LISTEN: Sen. Raphael Warnock says his newly introduced bills are meant to make rent more affordable, homeownership more attainable, and housing data more transparent. GPB's Benjamin Payne reports.

Sen. Raphael Warnock discusses newly introduced housing legislation outside of a house in Garden City.

Sen. Raphael Warnock discusses newly introduced housing legislation at an event in Garden City.

Credit: Benjamin Payne / GPB News

Georgia U.S. Sen. Raphael Warnock announced Wednesday a package of new legislation aimed at addressing the nation's housing crisis.

Speaking in front of a new house built by Habitat for Humanity in Garden City, just outside his hometown of Savannah, Warnock laid out three bills that he introduced in the Senate earlier this month.

“I'm here today because the federal government has a role to play in addressing this issue,” Warnock said. “It won't come as a surprise to anybody here today that it is harder than ever for Georgians to cover their housing costs.”

Warnock's first bill would give a tax cut to renters who spend more than 30% of their income on rent. For people looking to buy a home, the second bill would allow them to open a special tax-free savings account meant for a down payment. A third bill would increase data transparency within the affordable housing market.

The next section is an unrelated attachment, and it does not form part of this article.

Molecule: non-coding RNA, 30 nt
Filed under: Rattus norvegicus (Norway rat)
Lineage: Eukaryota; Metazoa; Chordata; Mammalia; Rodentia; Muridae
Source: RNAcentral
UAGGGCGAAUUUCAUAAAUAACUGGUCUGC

Warnock called housing “a human right,” and said that the issue is personal to him, having grown up in public housing in nearby Savannah.

“I work on this now as a legislator, but I've seen this on the front lines, first as a pastor and as someone who grew up in public housing in the Kayton Homes housing projects not far from here,” Warnock said. “I think about the elderly citizens in this community. I also think about our children. And they need the security of a safe place to lay their heads so that they can dream, as I did growing up as a young kid in this community.”

When asked about the prospects of the bills' passage in the Senate, Warnock said that he doesn't think housing is a partisan issue.

Two similar bills that were introduced in recent years by other congressional lawmakers did not advance past committee.